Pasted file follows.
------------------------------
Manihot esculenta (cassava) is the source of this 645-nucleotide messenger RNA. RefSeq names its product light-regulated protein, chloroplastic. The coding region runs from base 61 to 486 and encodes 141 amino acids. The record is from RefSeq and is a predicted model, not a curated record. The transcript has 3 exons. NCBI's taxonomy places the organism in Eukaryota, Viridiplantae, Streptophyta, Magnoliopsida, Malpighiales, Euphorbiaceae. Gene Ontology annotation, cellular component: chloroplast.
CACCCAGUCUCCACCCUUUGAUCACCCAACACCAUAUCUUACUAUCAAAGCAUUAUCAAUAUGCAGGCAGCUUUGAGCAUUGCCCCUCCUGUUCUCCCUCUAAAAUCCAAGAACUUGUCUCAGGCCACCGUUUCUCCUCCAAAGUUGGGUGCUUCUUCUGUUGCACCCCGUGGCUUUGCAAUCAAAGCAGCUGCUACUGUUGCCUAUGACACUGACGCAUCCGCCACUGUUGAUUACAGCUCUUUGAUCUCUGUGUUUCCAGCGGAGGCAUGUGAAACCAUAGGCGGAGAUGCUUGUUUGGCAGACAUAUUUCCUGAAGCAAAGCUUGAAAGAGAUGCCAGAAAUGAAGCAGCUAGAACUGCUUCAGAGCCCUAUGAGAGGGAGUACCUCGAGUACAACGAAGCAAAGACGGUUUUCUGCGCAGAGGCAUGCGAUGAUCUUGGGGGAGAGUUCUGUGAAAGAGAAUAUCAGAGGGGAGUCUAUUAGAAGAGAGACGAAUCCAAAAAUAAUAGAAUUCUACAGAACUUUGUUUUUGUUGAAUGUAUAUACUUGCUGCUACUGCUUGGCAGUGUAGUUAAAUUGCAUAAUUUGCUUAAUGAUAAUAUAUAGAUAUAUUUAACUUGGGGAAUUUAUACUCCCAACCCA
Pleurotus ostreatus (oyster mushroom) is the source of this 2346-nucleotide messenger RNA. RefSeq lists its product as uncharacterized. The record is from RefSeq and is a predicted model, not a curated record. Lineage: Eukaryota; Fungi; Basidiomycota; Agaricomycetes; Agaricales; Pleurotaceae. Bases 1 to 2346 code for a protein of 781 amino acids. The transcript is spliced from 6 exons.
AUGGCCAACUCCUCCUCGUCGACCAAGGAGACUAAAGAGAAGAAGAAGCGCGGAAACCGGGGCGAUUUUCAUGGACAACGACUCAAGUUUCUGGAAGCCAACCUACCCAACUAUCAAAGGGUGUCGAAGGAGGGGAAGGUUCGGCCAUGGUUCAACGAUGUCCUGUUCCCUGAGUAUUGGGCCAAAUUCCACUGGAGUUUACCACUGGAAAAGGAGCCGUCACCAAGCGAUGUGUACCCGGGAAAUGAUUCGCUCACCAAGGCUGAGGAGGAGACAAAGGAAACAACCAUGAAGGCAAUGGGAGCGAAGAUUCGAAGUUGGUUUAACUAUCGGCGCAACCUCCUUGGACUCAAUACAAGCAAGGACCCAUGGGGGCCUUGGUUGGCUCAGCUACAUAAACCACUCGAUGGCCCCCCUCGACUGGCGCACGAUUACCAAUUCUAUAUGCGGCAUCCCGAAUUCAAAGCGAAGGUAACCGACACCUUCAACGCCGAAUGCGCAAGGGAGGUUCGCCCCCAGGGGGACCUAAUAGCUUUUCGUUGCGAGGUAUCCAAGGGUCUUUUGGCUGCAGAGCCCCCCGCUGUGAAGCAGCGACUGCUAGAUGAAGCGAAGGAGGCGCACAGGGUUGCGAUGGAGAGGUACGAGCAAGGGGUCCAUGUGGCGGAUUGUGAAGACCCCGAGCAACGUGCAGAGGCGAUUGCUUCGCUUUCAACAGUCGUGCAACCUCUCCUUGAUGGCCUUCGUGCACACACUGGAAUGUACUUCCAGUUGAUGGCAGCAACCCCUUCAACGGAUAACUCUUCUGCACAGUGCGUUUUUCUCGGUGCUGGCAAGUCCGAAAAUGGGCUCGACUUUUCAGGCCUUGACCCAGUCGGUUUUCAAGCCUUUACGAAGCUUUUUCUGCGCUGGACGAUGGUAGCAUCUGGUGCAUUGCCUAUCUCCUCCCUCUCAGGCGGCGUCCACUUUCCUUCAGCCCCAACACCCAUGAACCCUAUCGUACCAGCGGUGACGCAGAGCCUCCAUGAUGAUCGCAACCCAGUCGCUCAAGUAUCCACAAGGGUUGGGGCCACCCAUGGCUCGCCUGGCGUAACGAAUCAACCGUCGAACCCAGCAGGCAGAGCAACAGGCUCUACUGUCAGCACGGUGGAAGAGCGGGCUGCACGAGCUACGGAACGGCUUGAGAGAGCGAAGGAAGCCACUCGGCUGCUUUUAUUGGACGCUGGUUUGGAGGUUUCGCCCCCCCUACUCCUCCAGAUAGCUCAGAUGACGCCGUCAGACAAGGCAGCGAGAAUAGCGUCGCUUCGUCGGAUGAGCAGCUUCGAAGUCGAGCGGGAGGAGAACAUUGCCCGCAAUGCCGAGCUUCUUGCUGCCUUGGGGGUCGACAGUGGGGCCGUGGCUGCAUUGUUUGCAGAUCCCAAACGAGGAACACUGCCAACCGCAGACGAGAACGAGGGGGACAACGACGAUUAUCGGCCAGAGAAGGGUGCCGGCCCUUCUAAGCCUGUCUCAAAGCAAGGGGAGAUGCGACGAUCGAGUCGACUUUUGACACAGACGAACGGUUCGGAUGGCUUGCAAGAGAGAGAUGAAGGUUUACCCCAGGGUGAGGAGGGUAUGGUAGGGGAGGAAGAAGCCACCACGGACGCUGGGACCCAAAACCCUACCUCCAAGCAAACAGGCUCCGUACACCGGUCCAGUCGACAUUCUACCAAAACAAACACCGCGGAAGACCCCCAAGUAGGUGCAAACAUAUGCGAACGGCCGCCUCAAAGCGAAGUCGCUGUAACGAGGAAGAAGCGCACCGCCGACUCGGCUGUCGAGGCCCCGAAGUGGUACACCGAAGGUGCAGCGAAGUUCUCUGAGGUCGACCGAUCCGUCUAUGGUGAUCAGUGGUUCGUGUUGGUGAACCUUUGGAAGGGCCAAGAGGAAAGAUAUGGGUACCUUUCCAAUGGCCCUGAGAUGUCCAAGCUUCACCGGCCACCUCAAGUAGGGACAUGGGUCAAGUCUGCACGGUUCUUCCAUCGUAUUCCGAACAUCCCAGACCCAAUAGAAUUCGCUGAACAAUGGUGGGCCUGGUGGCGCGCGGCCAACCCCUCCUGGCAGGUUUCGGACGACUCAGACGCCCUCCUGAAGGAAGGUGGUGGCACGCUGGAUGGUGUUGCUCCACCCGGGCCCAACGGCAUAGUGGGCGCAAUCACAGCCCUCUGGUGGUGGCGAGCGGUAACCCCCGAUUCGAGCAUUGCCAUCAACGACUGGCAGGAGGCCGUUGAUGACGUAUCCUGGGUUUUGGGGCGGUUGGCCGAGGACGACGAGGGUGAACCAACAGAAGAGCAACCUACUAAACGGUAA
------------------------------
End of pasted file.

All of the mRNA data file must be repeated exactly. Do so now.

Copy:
Manihot esculenta (cassava) is the source of this 645-nucleotide messenger RNA. RefSeq names its product light-regulated protein, chloroplastic. The coding region runs from base 61 to 486 and encodes 141 amino acids. The record is from RefSeq and is a predicted model, not a curated record. The transcript has 3 exons. NCBI's taxonomy places the organism in Eukaryota, Viridiplantae, Streptophyta, Magnoliopsida, Malpighiales, Euphorbiaceae. Gene Ontology annotation, cellular component: chloroplast.
CACCCAGUCUCCACCCUUUGAUCACCCAACACCAUAUCUUACUAUCAAAGCAUUAUCAAUAUGCAGGCAGCUUUGAGCAUUGCCCCUCCUGUUCUCCCUCUAAAAUCCAAGAACUUGUCUCAGGCCACCGUUUCUCCUCCAAAGUUGGGUGCUUCUUCUGUUGCACCCCGUGGCUUUGCAAUCAAAGCAGCUGCUACUGUUGCCUAUGACACUGACGCAUCCGCCACUGUUGAUUACAGCUCUUUGAUCUCUGUGUUUCCAGCGGAGGCAUGUGAAACCAUAGGCGGAGAUGCUUGUUUGGCAGACAUAUUUCCUGAAGCAAAGCUUGAAAGAGAUGCCAGAAAUGAAGCAGCUAGAACUGCUUCAGAGCCCUAUGAGAGGGAGUACCUCGAGUACAACGAAGCAAAGACGGUUUUCUGCGCAGAGGCAUGCGAUGAUCUUGGGGGAGAGUUCUGUGAAAGAGAAUAUCAGAGGGGAGUCUAUUAGAAGAGAGACGAAUCCAAAAAUAAUAGAAUUCUACAGAACUUUGUUUUUGUUGAAUGUAUAUACUUGCUGCUACUGCUUGGCAGUGUAGUUAAAUUGCAUAAUUUGCUUAAUGAUAAUAUAUAGAUAUAUUUAACUUGGGGAAUUUAUACUCCCAACCCA
Pleurotus ostreatus (oyster mushroom) is the source of this 2346-nucleotide messenger RNA. RefSeq lists its product as uncharacterized. The record is from RefSeq and is a predicted model, not a curated record. Lineage: Eukaryota; Fungi; Basidiomycota; Agaricomycetes; Agaricales; Pleurotaceae. Bases 1 to 2346 code for a protein of 781 amino acids. The transcript is spliced from 6 exons.
AUGGCCAACUCCUCCUCGUCGACCAAGGAGACUAAAGAGAAGAAGAAGCGCGGAAACCGGGGCGAUUUUCAUGGACAACGACUCAAGUUUCUGGAAGCCAACCUACCCAACUAUCAAAGGGUGUCGAAGGAGGGGAAGGUUCGGCCAUGGUUCAACGAUGUCCUGUUCCCUGAGUAUUGGGCCAAAUUCCACUGGAGUUUACCACUGGAAAAGGAGCCGUCACCAAGCGAUGUGUACCCGGGAAAUGAUUCGCUCACCAAGGCUGAGGAGGAGACAAAGGAAACAACCAUGAAGGCAAUGGGAGCGAAGAUUCGAAGUUGGUUUAACUAUCGGCGCAACCUCCUUGGACUCAAUACAAGCAAGGACCCAUGGGGGCCUUGGUUGGCUCAGCUACAUAAACCACUCGAUGGCCCCCCUCGACUGGCGCACGAUUACCAAUUCUAUAUGCGGCAUCCCGAAUUCAAAGCGAAGGUAACCGACACCUUCAACGCCGAAUGCGCAAGGGAGGUUCGCCCCCAGGGGGACCUAAUAGCUUUUCGUUGCGAGGUAUCCAAGGGUCUUUUGGCUGCAGAGCCCCCCGCUGUGAAGCAGCGACUGCUAGAUGAAGCGAAGGAGGCGCACAGGGUUGCGAUGGAGAGGUACGAGCAAGGGGUCCAUGUGGCGGAUUGUGAAGACCCCGAGCAACGUGCAGAGGCGAUUGCUUCGCUUUCAACAGUCGUGCAACCUCUCCUUGAUGGCCUUCGUGCACACACUGGAAUGUACUUCCAGUUGAUGGCAGCAACCCCUUCAACGGAUAACUCUUCUGCACAGUGCGUUUUUCUCGGUGCUGGCAAGUCCGAAAAUGGGCUCGACUUUUCAGGCCUUGACCCAGUCGGUUUUCAAGCCUUUACGAAGCUUUUUCUGCGCUGGACGAUGGUAGCAUCUGGUGCAUUGCCUAUCUCCUCCCUCUCAGGCGGCGUCCACUUUCCUUCAGCCCCAACACCCAUGAACCCUAUCGUACCAGCGGUGACGCAGAGCCUCCAUGAUGAUCGCAACCCAGUCGCUCAAGUAUCCACAAGGGUUGGGGCCACCCAUGGCUCGCCUGGCGUAACGAAUCAACCGUCGAACCCAGCAGGCAGAGCAACAGGCUCUACUGUCAGCACGGUGGAAGAGCGGGCUGCACGAGCUACGGAACGGCUUGAGAGAGCGAAGGAAGCCACUCGGCUGCUUUUAUUGGACGCUGGUUUGGAGGUUUCGCCCCCCCUACUCCUCCAGAUAGCUCAGAUGACGCCGUCAGACAAGGCAGCGAGAAUAGCGUCGCUUCGUCGGAUGAGCAGCUUCGAAGUCGAGCGGGAGGAGAACAUUGCCCGCAAUGCCGAGCUUCUUGCUGCCUUGGGGGUCGACAGUGGGGCCGUGGCUGCAUUGUUUGCAGAUCCCAAACGAGGAACACUGCCAACCGCAGACGAGAACGAGGGGGACAACGACGAUUAUCGGCCAGAGAAGGGUGCCGGCCCUUCUAAGCCUGUCUCAAAGCAAGGGGAGAUGCGACGAUCGAGUCGACUUUUGACACAGACGAACGGUUCGGAUGGCUUGCAAGAGAGAGAUGAAGGUUUACCCCAGGGUGAGGAGGGUAUGGUAGGGGAGGAAGAAGCCACCACGGACGCUGGGACCCAAAACCCUACCUCCAAGCAAACAGGCUCCGUACACCGGUCCAGUCGACAUUCUACCAAAACAAACACCGCGGAAGACCCCCAAGUAGGUGCAAACAUAUGCGAACGGCCGCCUCAAAGCGAAGUCGCUGUAACGAGGAAGAAGCGCACCGCCGACUCGGCUGUCGAGGCCCCGAAGUGGUACACCGAAGGUGCAGCGAAGUUCUCUGAGGUCGACCGAUCCGUCUAUGGUGAUCAGUGGUUCGUGUUGGUGAACCUUUGGAAGGGCCAAGAGGAAAGAUAUGGGUACCUUUCCAAUGGCCCUGAGAUGUCCAAGCUUCACCGGCCACCUCAAGUAGGGACAUGGGUCAAGUCUGCACGGUUCUUCCAUCGUAUUCCGAACAUCCCAGACCCAAUAGAAUUCGCUGAACAAUGGUGGGCCUGGUGGCGCGCGGCCAACCCCUCCUGGCAGGUUUCGGACGACUCAGACGCCCUCCUGAAGGAAGGUGGUGGCACGCUGGAUGGUGUUGCUCCACCCGGGCCCAACGGCAUAGUGGGCGCAAUCACAGCCCUCUGGUGGUGGCGAGCGGUAACCCCCGAUUCGAGCAUUGCCAUCAACGACUGGCAGGAGGCCGUUGAUGACGUAUCCUGGGUUUUGGGGCGGUUGGCCGAGGACGACGAGGGUGAACCAACAGAAGAGCAACCUACUAAACGGUAA